In the untimely death of William Thomas Joyce, of Chicago, whose demise occurred March 4, 1909, the industrial world lost one of its most progressive and successful workers. Trained in the lumber business, he rose to a postion of importance and the many interests with which he was identified throughout the Northwest are monuments to his ability and prodigious energy. He will be sadly missed in the lumber trade, in which he was long a powerful and influential factor. Mr. Joyce was born at Salisbury, Connecticut, January 2, 1860, the son of David and Elizabeth F. (Thomas) Joyce. The family moved to Lyons, Iowa, now a part of Clinton, where the son was reared. He attended the Lyons schools, later taking a course at the Shuttuck school, at Faribault, Minnesota, finishing with an academic training in Chicago.
The elder Joyce was on of the pioneer lumbermen of the Middle West. He carried on a large and lucrative business, and his efforts had much to do with the early development of the trade. Broad and liberal minded, he enjoyed a popularity so great that he was elected mayor of Lyons without a dissenting vote. He gave liberally to charity and was ready at all times to support any movement tending toward the betterment of the public good. The senior Mr. Joyce directed the education of his son with a view of having him engage in the lumber business, so when he left school in 1880, William T. began to work for his father. His training was thorough, as he studied every department of the trade. He clerked in the mill office, worked in the woods, mastered the details of the retail lumber yards, and was then sent on the road as a salesman. His father, no doubt, intended the son to succeed him in business, and when the elder Joyce passed away the young man was well equipped to assume complete control of his parent's vast interests. Before the death of his father, whose demise occurred December 4, 1894, William T. Joyce had practically assumed control of affairs. The various interests were located in different parts of the country, and the immense business built up by the father was perpetuated by the son. The subject not only kept the numerous enterprises intact, but extended and increased them.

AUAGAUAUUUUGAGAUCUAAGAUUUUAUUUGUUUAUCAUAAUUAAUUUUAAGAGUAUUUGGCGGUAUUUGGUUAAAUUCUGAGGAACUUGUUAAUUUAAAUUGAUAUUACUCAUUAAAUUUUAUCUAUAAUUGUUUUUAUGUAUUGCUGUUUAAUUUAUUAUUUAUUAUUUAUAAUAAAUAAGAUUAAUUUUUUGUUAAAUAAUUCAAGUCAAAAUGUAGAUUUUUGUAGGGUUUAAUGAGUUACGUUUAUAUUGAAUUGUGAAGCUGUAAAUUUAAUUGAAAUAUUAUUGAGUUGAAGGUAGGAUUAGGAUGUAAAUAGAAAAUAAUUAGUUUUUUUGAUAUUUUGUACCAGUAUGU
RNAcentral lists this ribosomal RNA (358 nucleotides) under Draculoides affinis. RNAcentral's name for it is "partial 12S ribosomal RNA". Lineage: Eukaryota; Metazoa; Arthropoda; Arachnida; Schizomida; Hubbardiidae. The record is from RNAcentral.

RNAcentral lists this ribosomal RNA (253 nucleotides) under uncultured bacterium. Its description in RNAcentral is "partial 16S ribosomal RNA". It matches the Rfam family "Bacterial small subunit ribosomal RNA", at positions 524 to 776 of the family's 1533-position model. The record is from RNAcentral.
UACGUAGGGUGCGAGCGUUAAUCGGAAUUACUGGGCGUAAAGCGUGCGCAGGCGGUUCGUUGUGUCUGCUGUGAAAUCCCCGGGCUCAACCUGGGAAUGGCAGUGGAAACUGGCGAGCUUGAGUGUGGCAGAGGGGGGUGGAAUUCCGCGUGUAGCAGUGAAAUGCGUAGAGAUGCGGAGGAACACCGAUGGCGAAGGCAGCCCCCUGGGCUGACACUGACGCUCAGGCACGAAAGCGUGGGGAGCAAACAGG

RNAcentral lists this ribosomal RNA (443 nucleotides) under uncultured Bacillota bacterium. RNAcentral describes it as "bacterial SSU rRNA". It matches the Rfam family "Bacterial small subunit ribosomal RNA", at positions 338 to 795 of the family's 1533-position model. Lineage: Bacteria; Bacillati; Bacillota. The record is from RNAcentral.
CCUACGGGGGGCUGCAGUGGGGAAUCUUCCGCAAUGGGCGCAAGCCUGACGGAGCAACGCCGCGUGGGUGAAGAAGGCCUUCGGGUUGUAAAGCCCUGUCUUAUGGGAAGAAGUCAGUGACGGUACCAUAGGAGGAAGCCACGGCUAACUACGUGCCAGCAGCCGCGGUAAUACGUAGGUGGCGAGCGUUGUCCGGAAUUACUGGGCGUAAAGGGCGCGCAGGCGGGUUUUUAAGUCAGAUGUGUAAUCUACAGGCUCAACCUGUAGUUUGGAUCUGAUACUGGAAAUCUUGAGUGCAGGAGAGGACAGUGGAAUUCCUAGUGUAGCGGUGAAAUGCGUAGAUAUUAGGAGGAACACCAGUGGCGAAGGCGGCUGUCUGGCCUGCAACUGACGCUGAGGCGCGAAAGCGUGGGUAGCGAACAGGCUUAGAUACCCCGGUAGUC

At the time of his death he was president of four railroads; the Manistee & Grand Rapids Railway Company, the Minneapolis & Rainy River Railway company, the Tremont & Gulf Railway Company and the Groveton, Lufkin & Northern Railway Company. Of his many lumber interests, Mr. Joyce was president of the following Southern companies; Southern Investment Company, Tremont Lumber Company, Winn Parish Lumber Company and the Louisiana Lumber Company, Ltd., all operating in Louisiana, and the Trinity County Lumber Company, operating in Texas. In the North, he was president of the Northern Investment Company, the Itasca Lumber Company, the Deer River Lumber Company, the William T. Joyce Company, the W.T. Joyce Company, which operates twenty-nine line yards; the Joyce-Watkins Company, doing a lumber, telephone and telegraph pole business, and the Joyce Lumber Company of Clinton, engaged in the wholesale business. He was also president of the Garland Hotel Company, which owns and operates the Park Hotel, at Hot Springs, Arkansas. In addition to these concerns, he was interested in the Victoria Lumber & Manufacturing Company, of Victoria, British Columbia; the Mississippi River Logging Comapny; the St. Paul Boom Company, and was a stockholder in the Corn Exchange National Bank and the Illinois Trust & Savings Bank, of Chicago, and the Interstate Trust & Banking Comany, of New Orleans, and in a number of other prominent institutions. Mr. Joyce controlled yellow pine mills, the combined yearly output of which was one hundred and fifty million feet. The timber back of the Trinity County Lumber Company's mill alone amounts to over five hundred million feet, and other tracts acquired from time to time give these concerns the assurance of long life in the trade.